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Siemens says to slash 6,900 jobs worldwide in restructuring

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Siemens says to slash 6,900 jobs worldwide in restructuring
File photo: DPA.
08:33 CET+01:00
Industrial conglomerate Siemens on Thursday announced thousands of job cuts worldwide, most of them in its fossil fuels division, with unions and politicians in its home country Germany particularly outspoken against the plans.

 A total of 6,900 workers are set to lose their jobs, around half of them in Germany, where Siemens also plans to close sites in the country's economically weaker east.

"The power industry is experiencing disruption of unprecedented scope and speed," board member Lisa Davis said in a statement, saying layoffs were necessary to keep Siemens competitive.

The Munich-based group says global demand for the large turbines its power and gas unit produces "has fallen drastically" as renewable energy has become more popular.

This has sapped profitability as there is not enough demand to keep its factories turning.

In Germany, that division alone will shed 2,600 jobs and close sites in Goerlitz and Leipzig, both in the former communist east.

"This is sad news... a sudden bolt from the blue for Leipzigers," said Stanislaw Tillich, premier of Saxony state.

Some 1,100 jobs are set to go in the rest of Europe, while the US will see 1,800 layoffs.

German employee representatives have vowed to resist job cuts, as they would follow on the heels of flourishing annual results for the sprawling group.

Chief executive Joe Kaeser had already warned of "painful cuts" last week, even as Siemens reported 11 percent growth in net profit for 2016-17, to €6.2 billion ($7.3 billion).

But he had pledged to "soften the blow" by reassigning or retraining workers, a promise the group reiterated Thursday.

"Siemens must gradually ask itself, do we want to remain an integrated technology group, or is it only about pleasing shareholders?" Juergen Wechsler, head of the powerful IG Metall union in Bavaria, told news agency DPA.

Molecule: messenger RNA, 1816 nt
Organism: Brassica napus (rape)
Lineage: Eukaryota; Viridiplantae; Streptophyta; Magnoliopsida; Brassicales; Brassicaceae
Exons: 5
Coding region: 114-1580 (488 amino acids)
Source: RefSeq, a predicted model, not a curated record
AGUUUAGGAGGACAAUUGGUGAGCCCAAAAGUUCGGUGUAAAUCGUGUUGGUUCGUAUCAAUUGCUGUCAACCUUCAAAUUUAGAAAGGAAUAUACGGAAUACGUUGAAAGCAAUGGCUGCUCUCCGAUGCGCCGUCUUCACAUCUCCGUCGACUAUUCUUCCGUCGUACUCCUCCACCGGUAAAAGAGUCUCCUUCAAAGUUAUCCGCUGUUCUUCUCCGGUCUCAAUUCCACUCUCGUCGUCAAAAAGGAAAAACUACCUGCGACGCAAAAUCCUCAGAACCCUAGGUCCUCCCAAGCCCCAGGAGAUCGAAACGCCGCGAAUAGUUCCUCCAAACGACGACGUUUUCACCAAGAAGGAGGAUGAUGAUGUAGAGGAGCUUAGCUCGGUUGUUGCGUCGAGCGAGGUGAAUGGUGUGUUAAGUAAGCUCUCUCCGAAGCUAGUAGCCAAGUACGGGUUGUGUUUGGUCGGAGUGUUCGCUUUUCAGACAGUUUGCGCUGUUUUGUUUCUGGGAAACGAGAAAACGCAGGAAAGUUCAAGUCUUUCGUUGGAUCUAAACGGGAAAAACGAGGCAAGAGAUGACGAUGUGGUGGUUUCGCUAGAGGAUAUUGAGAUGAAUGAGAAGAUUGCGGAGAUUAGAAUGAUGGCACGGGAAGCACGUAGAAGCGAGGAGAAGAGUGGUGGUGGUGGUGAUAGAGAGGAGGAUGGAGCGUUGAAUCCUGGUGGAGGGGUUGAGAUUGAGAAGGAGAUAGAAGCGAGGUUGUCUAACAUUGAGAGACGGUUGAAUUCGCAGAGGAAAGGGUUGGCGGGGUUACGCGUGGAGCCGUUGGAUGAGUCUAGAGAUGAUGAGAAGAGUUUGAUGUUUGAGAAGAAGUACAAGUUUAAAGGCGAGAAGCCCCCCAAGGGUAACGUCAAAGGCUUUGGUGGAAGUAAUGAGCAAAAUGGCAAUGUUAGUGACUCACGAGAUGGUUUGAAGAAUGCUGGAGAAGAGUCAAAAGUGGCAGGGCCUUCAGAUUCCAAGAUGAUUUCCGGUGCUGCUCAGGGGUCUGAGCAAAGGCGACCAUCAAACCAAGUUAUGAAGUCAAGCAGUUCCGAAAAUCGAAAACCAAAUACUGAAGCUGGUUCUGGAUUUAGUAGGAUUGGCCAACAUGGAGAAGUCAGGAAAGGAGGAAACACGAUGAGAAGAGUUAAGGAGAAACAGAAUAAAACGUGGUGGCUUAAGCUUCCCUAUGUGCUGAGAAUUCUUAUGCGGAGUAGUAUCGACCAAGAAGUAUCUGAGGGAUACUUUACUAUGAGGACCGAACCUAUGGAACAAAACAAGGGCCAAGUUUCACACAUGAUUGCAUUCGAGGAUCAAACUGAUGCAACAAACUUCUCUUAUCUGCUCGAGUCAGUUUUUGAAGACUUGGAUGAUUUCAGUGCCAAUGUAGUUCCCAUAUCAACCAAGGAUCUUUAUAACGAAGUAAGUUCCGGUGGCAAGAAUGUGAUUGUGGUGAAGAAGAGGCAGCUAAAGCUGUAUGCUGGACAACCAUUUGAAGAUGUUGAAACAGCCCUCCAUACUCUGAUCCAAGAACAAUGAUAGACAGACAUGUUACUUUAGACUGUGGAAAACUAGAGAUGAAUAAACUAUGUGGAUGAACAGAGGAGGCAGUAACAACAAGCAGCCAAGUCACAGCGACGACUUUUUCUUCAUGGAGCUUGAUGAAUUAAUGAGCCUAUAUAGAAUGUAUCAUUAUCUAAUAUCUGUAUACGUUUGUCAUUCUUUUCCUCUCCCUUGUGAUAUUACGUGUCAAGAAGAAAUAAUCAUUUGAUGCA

The company - whose products range from trains to wind turbines to medical equipment - has already announced some 6,000 job cuts in its wind power unit, sapped by falling prices in major markets like India and the US.

Further site closures and layoffs would be met with "creative forms of resistance," IG Metall board member Juergen Kerner warned in an interview with WirtschaftsWoche magazine on Wednesday.

Siemens employs around 350,000 people worldwide, with around 115,000 of them in Germany.

'Discontent and doubts'

Germany's poorer eastern states have yet to fully recover from decades of communist mismanagement and an arduous reunification with the west since 1990.

Alongside the closures in Goerlitz and Saxony, almost 900 jobs are set to go in Berlin, while the group is considering selling off a site in Thuringian state capital Erfurt.

Cuts in the east "could stoke the discontent and the doubts" that helped far-right party Alternative for Germany into parliament with 12.6 percent of the vote in September elections, outgoing economy minister Brigitte Zypries wrote in a letter to Kaeser seen by Bild newspaper.

For its part, IG Metall accused Siemens of being "irresponsible" by showing thousands of employees the door while the group as a whole is turning in healthy profits - and by failing to consult closely with workers, as was the norm at big German conglomerates for decades.

The group laid off some 15,000 people in 2013, partly as a consequence of Germany's decision to abandon nuclear energy in favour of renewables.

Under Kaeser's tenure, whole divisions have been abandoned or sold off, including household appliances, telecoms networks and nuclear and solar energy.

Tearing up a 2008 agreement that ruled out layoffs short of an "existential crisis" at the firm "would disquiet colleagues in all of the divisions," union boss Kerner said, especially when "the group is doing well" overall.

Battling the same headwinds, Siemens' US competitor General Electric on Monday announced a restructuring of its own, with thousands of job cuts around the globe as it narrows its focus to aeronautics, health and energy.

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